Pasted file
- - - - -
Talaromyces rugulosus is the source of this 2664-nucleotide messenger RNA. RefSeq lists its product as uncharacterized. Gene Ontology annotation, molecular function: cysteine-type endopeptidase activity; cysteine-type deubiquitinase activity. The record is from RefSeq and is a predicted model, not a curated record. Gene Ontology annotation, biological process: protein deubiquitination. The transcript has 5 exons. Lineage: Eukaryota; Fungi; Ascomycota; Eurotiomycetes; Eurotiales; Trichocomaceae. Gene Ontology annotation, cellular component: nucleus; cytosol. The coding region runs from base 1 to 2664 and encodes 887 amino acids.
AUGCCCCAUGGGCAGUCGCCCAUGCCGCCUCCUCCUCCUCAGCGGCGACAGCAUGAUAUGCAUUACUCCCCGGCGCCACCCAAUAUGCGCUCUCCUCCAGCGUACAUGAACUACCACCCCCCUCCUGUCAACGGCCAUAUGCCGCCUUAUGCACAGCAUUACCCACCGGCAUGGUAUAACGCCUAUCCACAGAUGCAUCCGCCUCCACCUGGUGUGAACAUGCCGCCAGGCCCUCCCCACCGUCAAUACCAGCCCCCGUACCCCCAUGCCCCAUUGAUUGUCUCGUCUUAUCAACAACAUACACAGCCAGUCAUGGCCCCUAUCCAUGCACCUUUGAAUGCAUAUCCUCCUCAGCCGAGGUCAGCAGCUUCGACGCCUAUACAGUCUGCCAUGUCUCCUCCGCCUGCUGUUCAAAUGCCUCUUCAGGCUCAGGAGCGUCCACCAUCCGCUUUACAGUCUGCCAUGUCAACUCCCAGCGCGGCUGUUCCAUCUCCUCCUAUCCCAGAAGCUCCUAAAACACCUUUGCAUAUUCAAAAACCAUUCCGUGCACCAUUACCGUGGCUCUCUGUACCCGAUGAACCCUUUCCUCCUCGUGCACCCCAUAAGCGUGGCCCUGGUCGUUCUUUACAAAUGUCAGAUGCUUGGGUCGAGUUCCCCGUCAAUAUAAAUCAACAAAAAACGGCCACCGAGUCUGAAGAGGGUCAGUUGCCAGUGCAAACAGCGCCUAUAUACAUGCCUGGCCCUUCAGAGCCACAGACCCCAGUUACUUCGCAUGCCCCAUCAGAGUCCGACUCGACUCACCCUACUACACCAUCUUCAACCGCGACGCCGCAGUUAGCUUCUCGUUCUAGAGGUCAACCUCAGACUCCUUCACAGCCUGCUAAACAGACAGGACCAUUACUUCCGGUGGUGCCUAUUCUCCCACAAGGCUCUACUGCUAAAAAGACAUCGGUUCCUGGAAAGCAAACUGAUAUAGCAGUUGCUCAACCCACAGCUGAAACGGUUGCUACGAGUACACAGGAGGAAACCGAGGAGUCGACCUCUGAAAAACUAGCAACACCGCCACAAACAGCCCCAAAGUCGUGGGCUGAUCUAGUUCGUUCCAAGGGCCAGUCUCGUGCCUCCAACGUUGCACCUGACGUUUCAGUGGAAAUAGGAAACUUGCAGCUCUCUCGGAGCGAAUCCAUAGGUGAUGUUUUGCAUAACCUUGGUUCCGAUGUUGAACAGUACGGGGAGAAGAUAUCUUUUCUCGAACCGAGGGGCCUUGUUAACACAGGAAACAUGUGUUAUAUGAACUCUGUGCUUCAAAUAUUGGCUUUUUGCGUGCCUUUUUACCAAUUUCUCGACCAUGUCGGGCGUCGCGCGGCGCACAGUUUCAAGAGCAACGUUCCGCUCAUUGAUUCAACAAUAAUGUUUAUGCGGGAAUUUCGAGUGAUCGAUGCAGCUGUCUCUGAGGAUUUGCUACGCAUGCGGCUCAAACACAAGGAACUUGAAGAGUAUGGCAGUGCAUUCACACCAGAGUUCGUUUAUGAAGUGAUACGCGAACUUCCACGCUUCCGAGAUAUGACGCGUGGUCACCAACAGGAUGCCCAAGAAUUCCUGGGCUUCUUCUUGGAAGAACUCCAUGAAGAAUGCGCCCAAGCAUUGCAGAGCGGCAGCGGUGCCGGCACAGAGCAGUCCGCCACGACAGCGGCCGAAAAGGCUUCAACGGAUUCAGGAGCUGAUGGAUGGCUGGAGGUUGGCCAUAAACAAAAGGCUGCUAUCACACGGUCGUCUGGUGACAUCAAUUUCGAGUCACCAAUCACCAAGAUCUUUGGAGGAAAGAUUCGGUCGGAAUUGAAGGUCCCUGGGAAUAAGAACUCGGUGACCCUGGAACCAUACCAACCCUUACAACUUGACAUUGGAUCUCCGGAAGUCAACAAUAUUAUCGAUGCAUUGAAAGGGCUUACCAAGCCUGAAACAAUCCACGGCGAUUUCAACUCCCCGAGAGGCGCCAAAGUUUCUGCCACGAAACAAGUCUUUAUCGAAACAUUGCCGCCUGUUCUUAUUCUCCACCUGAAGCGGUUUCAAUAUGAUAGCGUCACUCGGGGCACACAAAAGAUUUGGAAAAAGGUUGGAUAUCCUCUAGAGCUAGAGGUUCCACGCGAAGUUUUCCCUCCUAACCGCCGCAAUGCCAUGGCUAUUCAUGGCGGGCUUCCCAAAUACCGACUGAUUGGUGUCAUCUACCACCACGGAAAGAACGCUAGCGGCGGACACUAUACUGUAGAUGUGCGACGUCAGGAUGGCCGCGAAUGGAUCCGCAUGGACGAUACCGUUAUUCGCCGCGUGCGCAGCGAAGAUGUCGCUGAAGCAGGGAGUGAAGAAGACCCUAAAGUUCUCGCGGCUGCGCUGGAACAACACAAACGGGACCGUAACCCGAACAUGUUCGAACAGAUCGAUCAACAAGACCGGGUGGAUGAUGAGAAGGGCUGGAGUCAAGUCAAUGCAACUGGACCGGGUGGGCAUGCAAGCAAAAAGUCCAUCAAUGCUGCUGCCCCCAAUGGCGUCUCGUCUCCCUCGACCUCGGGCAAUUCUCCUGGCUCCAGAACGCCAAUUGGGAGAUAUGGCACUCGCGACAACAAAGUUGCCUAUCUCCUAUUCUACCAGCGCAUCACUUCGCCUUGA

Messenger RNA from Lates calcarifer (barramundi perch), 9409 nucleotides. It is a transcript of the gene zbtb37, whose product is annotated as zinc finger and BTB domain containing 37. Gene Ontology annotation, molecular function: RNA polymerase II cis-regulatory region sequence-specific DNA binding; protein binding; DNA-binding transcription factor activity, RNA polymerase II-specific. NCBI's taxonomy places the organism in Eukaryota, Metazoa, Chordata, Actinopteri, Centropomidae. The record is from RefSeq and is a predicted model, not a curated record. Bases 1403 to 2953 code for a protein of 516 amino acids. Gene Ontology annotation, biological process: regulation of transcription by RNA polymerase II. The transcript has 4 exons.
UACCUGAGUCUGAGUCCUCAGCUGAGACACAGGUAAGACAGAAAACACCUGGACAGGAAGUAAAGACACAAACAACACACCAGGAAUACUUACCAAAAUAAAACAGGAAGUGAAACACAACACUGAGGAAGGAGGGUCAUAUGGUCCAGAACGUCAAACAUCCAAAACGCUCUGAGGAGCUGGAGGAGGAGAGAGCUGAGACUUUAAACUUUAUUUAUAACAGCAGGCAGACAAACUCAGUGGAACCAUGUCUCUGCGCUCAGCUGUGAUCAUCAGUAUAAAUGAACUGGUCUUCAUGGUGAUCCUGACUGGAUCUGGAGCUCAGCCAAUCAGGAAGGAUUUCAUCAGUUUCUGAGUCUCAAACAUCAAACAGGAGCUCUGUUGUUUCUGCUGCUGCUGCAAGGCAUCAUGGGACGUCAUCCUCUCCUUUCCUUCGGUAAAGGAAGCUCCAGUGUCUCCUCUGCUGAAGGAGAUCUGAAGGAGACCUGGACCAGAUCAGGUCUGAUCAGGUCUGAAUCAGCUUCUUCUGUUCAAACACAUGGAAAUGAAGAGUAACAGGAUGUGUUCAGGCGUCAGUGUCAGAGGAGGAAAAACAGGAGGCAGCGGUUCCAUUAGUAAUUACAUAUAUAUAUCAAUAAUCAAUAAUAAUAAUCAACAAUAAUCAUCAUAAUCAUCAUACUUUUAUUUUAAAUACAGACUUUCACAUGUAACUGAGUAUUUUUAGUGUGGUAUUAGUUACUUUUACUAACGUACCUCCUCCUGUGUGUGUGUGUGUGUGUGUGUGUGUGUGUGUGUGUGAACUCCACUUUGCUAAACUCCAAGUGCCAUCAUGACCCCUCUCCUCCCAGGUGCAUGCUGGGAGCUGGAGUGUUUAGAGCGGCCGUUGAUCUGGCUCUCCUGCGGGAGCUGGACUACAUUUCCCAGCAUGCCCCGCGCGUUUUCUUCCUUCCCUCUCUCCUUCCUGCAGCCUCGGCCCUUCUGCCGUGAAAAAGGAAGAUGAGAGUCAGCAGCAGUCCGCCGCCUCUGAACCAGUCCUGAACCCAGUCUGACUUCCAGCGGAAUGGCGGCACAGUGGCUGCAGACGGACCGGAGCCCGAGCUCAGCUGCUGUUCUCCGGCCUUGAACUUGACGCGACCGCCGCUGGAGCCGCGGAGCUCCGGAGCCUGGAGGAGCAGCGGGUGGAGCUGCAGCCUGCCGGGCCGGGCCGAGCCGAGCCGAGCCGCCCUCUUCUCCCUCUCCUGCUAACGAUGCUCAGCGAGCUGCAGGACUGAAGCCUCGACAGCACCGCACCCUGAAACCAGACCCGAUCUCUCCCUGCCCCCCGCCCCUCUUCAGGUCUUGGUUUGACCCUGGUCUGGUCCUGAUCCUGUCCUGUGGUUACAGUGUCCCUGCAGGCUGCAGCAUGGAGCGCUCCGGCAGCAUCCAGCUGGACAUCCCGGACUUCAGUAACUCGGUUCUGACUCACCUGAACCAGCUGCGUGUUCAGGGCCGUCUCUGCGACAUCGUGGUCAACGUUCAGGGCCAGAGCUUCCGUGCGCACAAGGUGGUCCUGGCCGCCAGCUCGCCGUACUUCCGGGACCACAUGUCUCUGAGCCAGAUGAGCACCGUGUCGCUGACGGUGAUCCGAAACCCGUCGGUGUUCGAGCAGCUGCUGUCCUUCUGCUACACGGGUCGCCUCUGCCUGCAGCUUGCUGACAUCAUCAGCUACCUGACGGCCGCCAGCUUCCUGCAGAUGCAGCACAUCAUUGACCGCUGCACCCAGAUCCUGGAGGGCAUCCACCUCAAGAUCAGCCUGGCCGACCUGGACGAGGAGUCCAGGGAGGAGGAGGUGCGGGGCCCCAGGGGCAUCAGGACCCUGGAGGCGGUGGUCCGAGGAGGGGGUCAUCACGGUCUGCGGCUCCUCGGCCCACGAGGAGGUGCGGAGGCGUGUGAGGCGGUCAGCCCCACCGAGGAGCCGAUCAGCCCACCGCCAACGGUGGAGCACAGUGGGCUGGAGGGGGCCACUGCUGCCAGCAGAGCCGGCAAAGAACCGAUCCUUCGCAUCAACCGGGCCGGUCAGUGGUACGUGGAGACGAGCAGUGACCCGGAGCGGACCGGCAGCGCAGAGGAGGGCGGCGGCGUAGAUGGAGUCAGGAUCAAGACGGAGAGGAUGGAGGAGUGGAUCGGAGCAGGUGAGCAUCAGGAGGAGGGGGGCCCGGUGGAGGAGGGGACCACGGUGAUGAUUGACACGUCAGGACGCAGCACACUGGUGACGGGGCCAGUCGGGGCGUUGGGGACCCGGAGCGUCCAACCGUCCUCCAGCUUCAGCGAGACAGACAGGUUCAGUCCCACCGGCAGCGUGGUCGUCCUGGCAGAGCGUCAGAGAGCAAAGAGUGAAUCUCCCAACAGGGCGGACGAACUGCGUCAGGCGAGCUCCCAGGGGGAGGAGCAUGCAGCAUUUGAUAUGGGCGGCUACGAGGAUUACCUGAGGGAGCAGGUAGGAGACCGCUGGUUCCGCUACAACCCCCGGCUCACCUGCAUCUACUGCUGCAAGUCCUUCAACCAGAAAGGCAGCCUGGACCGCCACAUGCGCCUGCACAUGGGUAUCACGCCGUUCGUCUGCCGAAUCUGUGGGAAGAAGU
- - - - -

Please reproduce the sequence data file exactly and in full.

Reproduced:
Talaromyces rugulosus is the source of this 2664-nucleotide messenger RNA. RefSeq lists its product as uncharacterized. Gene Ontology annotation, molecular function: cysteine-type endopeptidase activity; cysteine-type deubiquitinase activity. The record is from RefSeq and is a predicted model, not a curated record. Gene Ontology annotation, biological process: protein deubiquitination. The transcript has 5 exons. Lineage: Eukaryota; Fungi; Ascomycota; Eurotiomycetes; Eurotiales; Trichocomaceae. Gene Ontology annotation, cellular component: nucleus; cytosol. The coding region runs from base 1 to 2664 and encodes 887 amino acids.
AUGCCCCAUGGGCAGUCGCCCAUGCCGCCUCCUCCUCCUCAGCGGCGACAGCAUGAUAUGCAUUACUCCCCGGCGCCACCCAAUAUGCGCUCUCCUCCAGCGUACAUGAACUACCACCCCCCUCCUGUCAACGGCCAUAUGCCGCCUUAUGCACAGCAUUACCCACCGGCAUGGUAUAACGCCUAUCCACAGAUGCAUCCGCCUCCACCUGGUGUGAACAUGCCGCCAGGCCCUCCCCACCGUCAAUACCAGCCCCCGUACCCCCAUGCCCCAUUGAUUGUCUCGUCUUAUCAACAACAUACACAGCCAGUCAUGGCCCCUAUCCAUGCACCUUUGAAUGCAUAUCCUCCUCAGCCGAGGUCAGCAGCUUCGACGCCUAUACAGUCUGCCAUGUCUCCUCCGCCUGCUGUUCAAAUGCCUCUUCAGGCUCAGGAGCGUCCACCAUCCGCUUUACAGUCUGCCAUGUCAACUCCCAGCGCGGCUGUUCCAUCUCCUCCUAUCCCAGAAGCUCCUAAAACACCUUUGCAUAUUCAAAAACCAUUCCGUGCACCAUUACCGUGGCUCUCUGUACCCGAUGAACCCUUUCCUCCUCGUGCACCCCAUAAGCGUGGCCCUGGUCGUUCUUUACAAAUGUCAGAUGCUUGGGUCGAGUUCCCCGUCAAUAUAAAUCAACAAAAAACGGCCACCGAGUCUGAAGAGGGUCAGUUGCCAGUGCAAACAGCGCCUAUAUACAUGCCUGGCCCUUCAGAGCCACAGACCCCAGUUACUUCGCAUGCCCCAUCAGAGUCCGACUCGACUCACCCUACUACACCAUCUUCAACCGCGACGCCGCAGUUAGCUUCUCGUUCUAGAGGUCAACCUCAGACUCCUUCACAGCCUGCUAAACAGACAGGACCAUUACUUCCGGUGGUGCCUAUUCUCCCACAAGGCUCUACUGCUAAAAAGACAUCGGUUCCUGGAAAGCAAACUGAUAUAGCAGUUGCUCAACCCACAGCUGAAACGGUUGCUACGAGUACACAGGAGGAAACCGAGGAGUCGACCUCUGAAAAACUAGCAACACCGCCACAAACAGCCCCAAAGUCGUGGGCUGAUCUAGUUCGUUCCAAGGGCCAGUCUCGUGCCUCCAACGUUGCACCUGACGUUUCAGUGGAAAUAGGAAACUUGCAGCUCUCUCGGAGCGAAUCCAUAGGUGAUGUUUUGCAUAACCUUGGUUCCGAUGUUGAACAGUACGGGGAGAAGAUAUCUUUUCUCGAACCGAGGGGCCUUGUUAACACAGGAAACAUGUGUUAUAUGAACUCUGUGCUUCAAAUAUUGGCUUUUUGCGUGCCUUUUUACCAAUUUCUCGACCAUGUCGGGCGUCGCGCGGCGCACAGUUUCAAGAGCAACGUUCCGCUCAUUGAUUCAACAAUAAUGUUUAUGCGGGAAUUUCGAGUGAUCGAUGCAGCUGUCUCUGAGGAUUUGCUACGCAUGCGGCUCAAACACAAGGAACUUGAAGAGUAUGGCAGUGCAUUCACACCAGAGUUCGUUUAUGAAGUGAUACGCGAACUUCCACGCUUCCGAGAUAUGACGCGUGGUCACCAACAGGAUGCCCAAGAAUUCCUGGGCUUCUUCUUGGAAGAACUCCAUGAAGAAUGCGCCCAAGCAUUGCAGAGCGGCAGCGGUGCCGGCACAGAGCAGUCCGCCACGACAGCGGCCGAAAAGGCUUCAACGGAUUCAGGAGCUGAUGGAUGGCUGGAGGUUGGCCAUAAACAAAAGGCUGCUAUCACACGGUCGUCUGGUGACAUCAAUUUCGAGUCACCAAUCACCAAGAUCUUUGGAGGAAAGAUUCGGUCGGAAUUGAAGGUCCCUGGGAAUAAGAACUCGGUGACCCUGGAACCAUACCAACCCUUACAACUUGACAUUGGAUCUCCGGAAGUCAACAAUAUUAUCGAUGCAUUGAAAGGGCUUACCAAGCCUGAAACAAUCCACGGCGAUUUCAACUCCCCGAGAGGCGCCAAAGUUUCUGCCACGAAACAAGUCUUUAUCGAAACAUUGCCGCCUGUUCUUAUUCUCCACCUGAAGCGGUUUCAAUAUGAUAGCGUCACUCGGGGCACACAAAAGAUUUGGAAAAAGGUUGGAUAUCCUCUAGAGCUAGAGGUUCCACGCGAAGUUUUCCCUCCUAACCGCCGCAAUGCCAUGGCUAUUCAUGGCGGGCUUCCCAAAUACCGACUGAUUGGUGUCAUCUACCACCACGGAAAGAACGCUAGCGGCGGACACUAUACUGUAGAUGUGCGACGUCAGGAUGGCCGCGAAUGGAUCCGCAUGGACGAUACCGUUAUUCGCCGCGUGCGCAGCGAAGAUGUCGCUGAAGCAGGGAGUGAAGAAGACCCUAAAGUUCUCGCGGCUGCGCUGGAACAACACAAACGGGACCGUAACCCGAACAUGUUCGAACAGAUCGAUCAACAAGACCGGGUGGAUGAUGAGAAGGGCUGGAGUCAAGUCAAUGCAACUGGACCGGGUGGGCAUGCAAGCAAAAAGUCCAUCAAUGCUGCUGCCCCCAAUGGCGUCUCGUCUCCCUCGACCUCGGGCAAUUCUCCUGGCUCCAGAACGCCAAUUGGGAGAUAUGGCACUCGCGACAACAAAGUUGCCUAUCUCCUAUUCUACCAGCGCAUCACUUCGCCUUGA

Messenger RNA from Lates calcarifer (barramundi perch), 9409 nucleotides. It is a transcript of the gene zbtb37, whose product is annotated as zinc finger and BTB domain containing 37. Gene Ontology annotation, molecular function: RNA polymerase II cis-regulatory region sequence-specific DNA binding; protein binding; DNA-binding transcription factor activity, RNA polymerase II-specific. NCBI's taxonomy places the organism in Eukaryota, Metazoa, Chordata, Actinopteri, Centropomidae. The record is from RefSeq and is a predicted model, not a curated record. Bases 1403 to 2953 code for a protein of 516 amino acids. Gene Ontology annotation, biological process: regulation of transcription by RNA polymerase II. The transcript has 4 exons.
UACCUGAGUCUGAGUCCUCAGCUGAGACACAGGUAAGACAGAAAACACCUGGACAGGAAGUAAAGACACAAACAACACACCAGGAAUACUUACCAAAAUAAAACAGGAAGUGAAACACAACACUGAGGAAGGAGGGUCAUAUGGUCCAGAACGUCAAACAUCCAAAACGCUCUGAGGAGCUGGAGGAGGAGAGAGCUGAGACUUUAAACUUUAUUUAUAACAGCAGGCAGACAAACUCAGUGGAACCAUGUCUCUGCGCUCAGCUGUGAUCAUCAGUAUAAAUGAACUGGUCUUCAUGGUGAUCCUGACUGGAUCUGGAGCUCAGCCAAUCAGGAAGGAUUUCAUCAGUUUCUGAGUCUCAAACAUCAAACAGGAGCUCUGUUGUUUCUGCUGCUGCUGCAAGGCAUCAUGGGACGUCAUCCUCUCCUUUCCUUCGGUAAAGGAAGCUCCAGUGUCUCCUCUGCUGAAGGAGAUCUGAAGGAGACCUGGACCAGAUCAGGUCUGAUCAGGUCUGAAUCAGCUUCUUCUGUUCAAACACAUGGAAAUGAAGAGUAACAGGAUGUGUUCAGGCGUCAGUGUCAGAGGAGGAAAAACAGGAGGCAGCGGUUCCAUUAGUAAUUACAUAUAUAUAUCAAUAAUCAAUAAUAAUAAUCAACAAUAAUCAUCAUAAUCAUCAUACUUUUAUUUUAAAUACAGACUUUCACAUGUAACUGAGUAUUUUUAGUGUGGUAUUAGUUACUUUUACUAACGUACCUCCUCCUGUGUGUGUGUGUGUGUGUGUGUGUGUGUGUGUGUGUGAACUCCACUUUGCUAAACUCCAAGUGCCAUCAUGACCCCUCUCCUCCCAGGUGCAUGCUGGGAGCUGGAGUGUUUAGAGCGGCCGUUGAUCUGGCUCUCCUGCGGGAGCUGGACUACAUUUCCCAGCAUGCCCCGCGCGUUUUCUUCCUUCCCUCUCUCCUUCCUGCAGCCUCGGCCCUUCUGCCGUGAAAAAGGAAGAUGAGAGUCAGCAGCAGUCCGCCGCCUCUGAACCAGUCCUGAACCCAGUCUGACUUCCAGCGGAAUGGCGGCACAGUGGCUGCAGACGGACCGGAGCCCGAGCUCAGCUGCUGUUCUCCGGCCUUGAACUUGACGCGACCGCCGCUGGAGCCGCGGAGCUCCGGAGCCUGGAGGAGCAGCGGGUGGAGCUGCAGCCUGCCGGGCCGGGCCGAGCCGAGCCGAGCCGCCCUCUUCUCCCUCUCCUGCUAACGAUGCUCAGCGAGCUGCAGGACUGAAGCCUCGACAGCACCGCACCCUGAAACCAGACCCGAUCUCUCCCUGCCCCCCGCCCCUCUUCAGGUCUUGGUUUGACCCUGGUCUGGUCCUGAUCCUGUCCUGUGGUUACAGUGUCCCUGCAGGCUGCAGCAUGGAGCGCUCCGGCAGCAUCCAGCUGGACAUCCCGGACUUCAGUAACUCGGUUCUGACUCACCUGAACCAGCUGCGUGUUCAGGGCCGUCUCUGCGACAUCGUGGUCAACGUUCAGGGCCAGAGCUUCCGUGCGCACAAGGUGGUCCUGGCCGCCAGCUCGCCGUACUUCCGGGACCACAUGUCUCUGAGCCAGAUGAGCACCGUGUCGCUGACGGUGAUCCGAAACCCGUCGGUGUUCGAGCAGCUGCUGUCCUUCUGCUACACGGGUCGCCUCUGCCUGCAGCUUGCUGACAUCAUCAGCUACCUGACGGCCGCCAGCUUCCUGCAGAUGCAGCACAUCAUUGACCGCUGCACCCAGAUCCUGGAGGGCAUCCACCUCAAGAUCAGCCUGGCCGACCUGGACGAGGAGUCCAGGGAGGAGGAGGUGCGGGGCCCCAGGGGCAUCAGGACCCUGGAGGCGGUGGUCCGAGGAGGGGGUCAUCACGGUCUGCGGCUCCUCGGCCCACGAGGAGGUGCGGAGGCGUGUGAGGCGGUCAGCCCCACCGAGGAGCCGAUCAGCCCACCGCCAACGGUGGAGCACAGUGGGCUGGAGGGGGCCACUGCUGCCAGCAGAGCCGGCAAAGAACCGAUCCUUCGCAUCAACCGGGCCGGUCAGUGGUACGUGGAGACGAGCAGUGACCCGGAGCGGACCGGCAGCGCAGAGGAGGGCGGCGGCGUAGAUGGAGUCAGGAUCAAGACGGAGAGGAUGGAGGAGUGGAUCGGAGCAGGUGAGCAUCAGGAGGAGGGGGGCCCGGUGGAGGAGGGGACCACGGUGAUGAUUGACACGUCAGGACGCAGCACACUGGUGACGGGGCCAGUCGGGGCGUUGGGGACCCGGAGCGUCCAACCGUCCUCCAGCUUCAGCGAGACAGACAGGUUCAGUCCCACCGGCAGCGUGGUCGUCCUGGCAGAGCGUCAGAGAGCAAAGAGUGAAUCUCCCAACAGGGCGGACGAACUGCGUCAGGCGAGCUCCCAGGGGGAGGAGCAUGCAGCAUUUGAUAUGGGCGGCUACGAGGAUUACCUGAGGGAGCAGGUAGGAGACCGCUGGUUCCGCUACAACCCCCGGCUCACCUGCAUCUACUGCUGCAAGUCCUUCAACCAGAAAGGCAGCCUGGACCGCCACAUGCGCCUGCACAUGGGUAUCACGCCGUUCGUCUGCCGAAUCUGUGGGAAGAAGU